Now the Jewish conscience rose up in rebellion against such an iniquity. Here was a governor of Galilee and Perea, the head man of the nation, living in open violation of a fundamental law, threatening the Jews with unnecessary war. Their indignation threatened to break out in open revolt. Hence Herod, seeing the approach of a formidable external enemy, was much embarrassed by feeling insecure of support from his own people, whose conscience had been shocked by this marriage. He must see to it that both evils did not come at once. Herod, whom Jesus calls the fox, cunning like, fell upon an expedient to get himself out of this trouble.
Here had come over to his country John the Baptist, a great man, a wonderful prophet, and all the people united in one thing, that John was the holiest man of his day. He was great. His word was more potent in governing the ideas of the people than a proclamation of the king. I mean the masses of the people, and it was upon the masses that Herod had to rely in this extremity. So he sends for John to get John to endorse this marriage. He thought, “Now, if I get John here in my palace, in the presence of Herodias, and he looks in the face of this grandly beautiful woman, the queen, that sits by my side, he, a rough country man, who has never been in the presence of a king, where people wear soft clothing; he, accustomed to dress in rough camel’s hair garments if I get him here in the midst of the pomp and splendor of the court, and he can see what power I have to promote him, and I say, ‘John, spread the mantle of your approbation over this marriage of mine,’ the masses will be influenced by John and what he says, and I can at least appease the home opposition, and be better prepared to meet Aretas on the battlefield.”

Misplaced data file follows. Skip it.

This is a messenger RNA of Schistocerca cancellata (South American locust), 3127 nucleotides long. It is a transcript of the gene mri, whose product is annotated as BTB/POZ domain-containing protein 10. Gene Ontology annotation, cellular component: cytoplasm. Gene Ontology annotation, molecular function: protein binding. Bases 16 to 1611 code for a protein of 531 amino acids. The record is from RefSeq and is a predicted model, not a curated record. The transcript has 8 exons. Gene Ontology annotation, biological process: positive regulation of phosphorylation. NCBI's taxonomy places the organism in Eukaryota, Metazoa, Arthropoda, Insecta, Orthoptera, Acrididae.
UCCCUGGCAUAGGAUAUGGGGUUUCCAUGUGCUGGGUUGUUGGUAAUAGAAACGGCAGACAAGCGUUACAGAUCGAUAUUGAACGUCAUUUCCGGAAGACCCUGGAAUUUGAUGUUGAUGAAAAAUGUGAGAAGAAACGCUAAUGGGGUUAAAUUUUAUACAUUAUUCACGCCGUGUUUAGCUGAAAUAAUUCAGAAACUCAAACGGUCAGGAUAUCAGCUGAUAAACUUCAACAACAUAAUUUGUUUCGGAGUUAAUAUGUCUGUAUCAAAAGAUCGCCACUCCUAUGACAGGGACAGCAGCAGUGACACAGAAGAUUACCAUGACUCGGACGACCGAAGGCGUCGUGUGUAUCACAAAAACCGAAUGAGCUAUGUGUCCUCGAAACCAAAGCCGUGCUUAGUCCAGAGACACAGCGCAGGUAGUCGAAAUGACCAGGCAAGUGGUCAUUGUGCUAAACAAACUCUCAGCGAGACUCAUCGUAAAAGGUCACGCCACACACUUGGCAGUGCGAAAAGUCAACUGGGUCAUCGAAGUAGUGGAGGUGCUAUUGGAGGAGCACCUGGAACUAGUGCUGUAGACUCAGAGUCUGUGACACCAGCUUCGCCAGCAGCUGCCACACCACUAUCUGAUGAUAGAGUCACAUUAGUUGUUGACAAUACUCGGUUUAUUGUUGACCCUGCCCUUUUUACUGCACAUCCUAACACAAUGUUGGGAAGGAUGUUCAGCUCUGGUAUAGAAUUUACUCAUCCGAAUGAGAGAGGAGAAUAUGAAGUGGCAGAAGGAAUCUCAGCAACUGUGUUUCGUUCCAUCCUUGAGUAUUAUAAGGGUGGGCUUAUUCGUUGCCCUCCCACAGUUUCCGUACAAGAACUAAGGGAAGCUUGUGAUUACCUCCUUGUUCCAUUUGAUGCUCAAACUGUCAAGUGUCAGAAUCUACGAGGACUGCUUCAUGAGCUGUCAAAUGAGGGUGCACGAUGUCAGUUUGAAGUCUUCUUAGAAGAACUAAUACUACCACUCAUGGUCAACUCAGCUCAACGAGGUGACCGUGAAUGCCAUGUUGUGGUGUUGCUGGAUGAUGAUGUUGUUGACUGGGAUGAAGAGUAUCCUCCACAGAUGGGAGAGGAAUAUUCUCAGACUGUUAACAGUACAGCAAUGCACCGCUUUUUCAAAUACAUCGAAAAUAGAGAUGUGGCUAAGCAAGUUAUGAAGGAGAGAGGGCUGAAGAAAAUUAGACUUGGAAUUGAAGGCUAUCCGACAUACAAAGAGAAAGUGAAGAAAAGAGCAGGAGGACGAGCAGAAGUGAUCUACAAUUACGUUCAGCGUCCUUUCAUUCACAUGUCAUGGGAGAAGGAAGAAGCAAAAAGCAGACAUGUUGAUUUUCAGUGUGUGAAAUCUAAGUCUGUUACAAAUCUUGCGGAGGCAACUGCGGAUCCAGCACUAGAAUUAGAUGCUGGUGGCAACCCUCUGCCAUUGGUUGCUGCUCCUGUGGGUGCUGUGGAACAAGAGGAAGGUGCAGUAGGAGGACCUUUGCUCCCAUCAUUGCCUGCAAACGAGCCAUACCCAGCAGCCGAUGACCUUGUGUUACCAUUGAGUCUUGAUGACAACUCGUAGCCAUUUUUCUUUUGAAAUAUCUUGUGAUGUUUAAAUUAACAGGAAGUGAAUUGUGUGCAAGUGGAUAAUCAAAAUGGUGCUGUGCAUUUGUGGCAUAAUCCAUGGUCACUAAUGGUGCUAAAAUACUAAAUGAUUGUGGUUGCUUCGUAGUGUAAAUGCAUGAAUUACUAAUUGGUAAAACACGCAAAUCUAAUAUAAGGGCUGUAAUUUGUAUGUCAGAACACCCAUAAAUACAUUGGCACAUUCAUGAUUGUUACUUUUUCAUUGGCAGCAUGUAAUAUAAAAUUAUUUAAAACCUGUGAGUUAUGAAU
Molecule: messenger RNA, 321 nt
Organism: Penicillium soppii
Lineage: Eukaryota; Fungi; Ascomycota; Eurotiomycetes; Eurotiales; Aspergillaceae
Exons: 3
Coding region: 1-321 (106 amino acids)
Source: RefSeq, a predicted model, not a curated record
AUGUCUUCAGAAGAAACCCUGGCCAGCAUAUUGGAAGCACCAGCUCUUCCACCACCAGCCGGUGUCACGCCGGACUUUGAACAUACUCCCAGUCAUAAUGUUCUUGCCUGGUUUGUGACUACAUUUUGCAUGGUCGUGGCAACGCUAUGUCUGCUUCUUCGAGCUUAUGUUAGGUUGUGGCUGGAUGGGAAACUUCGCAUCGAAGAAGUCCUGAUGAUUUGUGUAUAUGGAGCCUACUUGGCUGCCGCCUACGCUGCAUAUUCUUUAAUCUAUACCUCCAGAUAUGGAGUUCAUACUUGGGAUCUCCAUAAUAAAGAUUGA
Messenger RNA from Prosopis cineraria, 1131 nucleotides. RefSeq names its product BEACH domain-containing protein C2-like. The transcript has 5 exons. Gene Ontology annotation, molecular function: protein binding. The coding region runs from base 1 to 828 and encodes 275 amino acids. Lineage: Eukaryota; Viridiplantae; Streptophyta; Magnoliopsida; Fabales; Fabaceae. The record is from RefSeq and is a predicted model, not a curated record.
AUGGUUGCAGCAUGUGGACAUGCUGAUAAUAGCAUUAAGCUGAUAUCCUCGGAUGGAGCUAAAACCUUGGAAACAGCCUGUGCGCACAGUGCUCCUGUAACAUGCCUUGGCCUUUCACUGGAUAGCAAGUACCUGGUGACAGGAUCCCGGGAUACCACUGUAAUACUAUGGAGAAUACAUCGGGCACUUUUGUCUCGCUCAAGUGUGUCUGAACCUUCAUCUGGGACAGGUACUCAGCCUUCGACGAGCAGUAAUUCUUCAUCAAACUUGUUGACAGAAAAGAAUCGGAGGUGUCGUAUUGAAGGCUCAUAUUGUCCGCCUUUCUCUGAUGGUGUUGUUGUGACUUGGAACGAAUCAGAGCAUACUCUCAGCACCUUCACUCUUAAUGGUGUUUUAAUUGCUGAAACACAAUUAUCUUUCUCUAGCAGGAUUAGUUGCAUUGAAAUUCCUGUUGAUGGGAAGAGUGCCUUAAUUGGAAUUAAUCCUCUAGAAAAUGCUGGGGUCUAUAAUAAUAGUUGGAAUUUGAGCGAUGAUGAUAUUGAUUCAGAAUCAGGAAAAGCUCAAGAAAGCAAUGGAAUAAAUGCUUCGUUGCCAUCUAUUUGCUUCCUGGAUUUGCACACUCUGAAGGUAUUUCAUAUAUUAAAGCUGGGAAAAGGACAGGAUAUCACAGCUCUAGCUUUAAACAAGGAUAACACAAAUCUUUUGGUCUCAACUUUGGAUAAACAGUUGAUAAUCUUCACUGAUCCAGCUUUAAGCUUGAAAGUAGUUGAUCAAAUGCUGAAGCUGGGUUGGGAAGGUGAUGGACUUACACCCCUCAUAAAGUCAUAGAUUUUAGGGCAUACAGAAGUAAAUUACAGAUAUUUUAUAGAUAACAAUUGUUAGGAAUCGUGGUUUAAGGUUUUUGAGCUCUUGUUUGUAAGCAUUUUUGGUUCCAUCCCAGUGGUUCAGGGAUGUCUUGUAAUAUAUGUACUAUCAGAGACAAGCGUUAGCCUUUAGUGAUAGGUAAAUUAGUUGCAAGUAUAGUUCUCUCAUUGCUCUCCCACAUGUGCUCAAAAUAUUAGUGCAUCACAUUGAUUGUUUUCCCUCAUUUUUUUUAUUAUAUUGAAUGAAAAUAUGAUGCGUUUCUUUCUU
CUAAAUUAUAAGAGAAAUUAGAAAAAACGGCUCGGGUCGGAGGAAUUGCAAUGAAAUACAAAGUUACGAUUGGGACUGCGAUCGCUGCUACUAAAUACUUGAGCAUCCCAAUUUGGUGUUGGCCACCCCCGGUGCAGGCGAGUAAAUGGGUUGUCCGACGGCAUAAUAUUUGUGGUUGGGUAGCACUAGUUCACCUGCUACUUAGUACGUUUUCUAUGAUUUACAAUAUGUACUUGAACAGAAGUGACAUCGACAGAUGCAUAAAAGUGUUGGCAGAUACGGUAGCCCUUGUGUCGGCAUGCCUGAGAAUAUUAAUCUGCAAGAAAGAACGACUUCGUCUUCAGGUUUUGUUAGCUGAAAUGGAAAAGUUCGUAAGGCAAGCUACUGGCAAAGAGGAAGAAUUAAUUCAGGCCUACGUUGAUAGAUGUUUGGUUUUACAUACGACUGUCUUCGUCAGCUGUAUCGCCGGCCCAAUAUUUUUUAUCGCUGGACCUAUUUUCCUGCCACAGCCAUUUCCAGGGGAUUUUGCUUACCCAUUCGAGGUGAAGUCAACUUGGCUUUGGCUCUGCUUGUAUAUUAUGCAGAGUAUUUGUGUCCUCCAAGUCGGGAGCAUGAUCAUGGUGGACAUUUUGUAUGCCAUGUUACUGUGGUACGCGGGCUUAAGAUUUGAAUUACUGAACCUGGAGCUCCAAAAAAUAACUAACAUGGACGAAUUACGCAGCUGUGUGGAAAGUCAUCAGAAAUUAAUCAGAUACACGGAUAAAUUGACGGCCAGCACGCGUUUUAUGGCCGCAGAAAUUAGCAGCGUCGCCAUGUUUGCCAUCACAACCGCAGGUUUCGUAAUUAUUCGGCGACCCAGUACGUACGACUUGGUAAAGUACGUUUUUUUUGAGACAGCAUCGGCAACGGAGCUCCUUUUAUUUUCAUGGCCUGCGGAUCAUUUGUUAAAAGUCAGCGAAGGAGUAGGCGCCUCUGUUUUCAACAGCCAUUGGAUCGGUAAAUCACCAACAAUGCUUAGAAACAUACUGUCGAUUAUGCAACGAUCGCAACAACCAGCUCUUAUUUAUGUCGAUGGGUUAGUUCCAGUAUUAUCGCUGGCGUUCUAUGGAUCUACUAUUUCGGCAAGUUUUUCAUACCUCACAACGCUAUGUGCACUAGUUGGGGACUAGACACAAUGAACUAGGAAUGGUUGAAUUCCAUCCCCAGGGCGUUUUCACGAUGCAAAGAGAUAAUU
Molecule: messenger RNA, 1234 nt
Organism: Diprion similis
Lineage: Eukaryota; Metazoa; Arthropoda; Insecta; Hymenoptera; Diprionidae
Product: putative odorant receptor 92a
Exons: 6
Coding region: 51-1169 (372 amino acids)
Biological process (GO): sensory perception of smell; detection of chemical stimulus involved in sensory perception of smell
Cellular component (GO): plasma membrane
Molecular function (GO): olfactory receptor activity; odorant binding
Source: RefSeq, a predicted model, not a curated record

John comes and the case is put before him. What did he say? He rises like Elijah. He stands up in all the sublimity of the attitude of that ancient prophet of God who confronted the priests of Baal, who rebuked Ahab and Jezebel, and shaking his finger in the face of Herod, said: It is not lawful for you to have your brother’s wife.” As if he had said: “I am poor; I have nothing in this world, but you, with all of your wealth and power, cannot bribe me or my conscience to say that you are living righteously in the sight of Cod.”
Nor did he stop at that. Luke says he went on; he made it the occasion of preaching a sermon on the sins of Herod. Luke says he told Herod of all the evil things he had been doing. You will find that in Luke 3:19-20. He lifted the veil off Herod’s tortuous life. He caused each dark sin to rise up before him, and there, faithful to his God and to the truth, with a courage that has never been surpassed, knowing what would be the penalty, standing alone, surrounded by the court of the tyrant and his guards, he rebuked sin in high places, knowing that if the leaders sinned, demoralization would spread throughout all the ramifications of society.
He was not of the number that select some weakling without friends and arraign him. He spoke to the chief sinners, the Pharisees that were at the head of ecclesiastical affairs, to Herod, the ruler of this Jewish people, as if he had said: “If you, the ruler of this people, violate a plain law of God and live a life of shame and infamy, what is to become of the country? Will not all the weak pattern after the ruler? Is it not the custom for those who wish to stand well with authority to imitate the manners and customs of the rich and great and those who are in position? For the sake, then, of truth, for the sake of the people, for the sake of God’s high and holy law, I impeach you as a tyrant, as an adulterer and as a cunning, scheming, fraudulent impostor, and arraign you before the bar of God, where you shall stand and be judged.”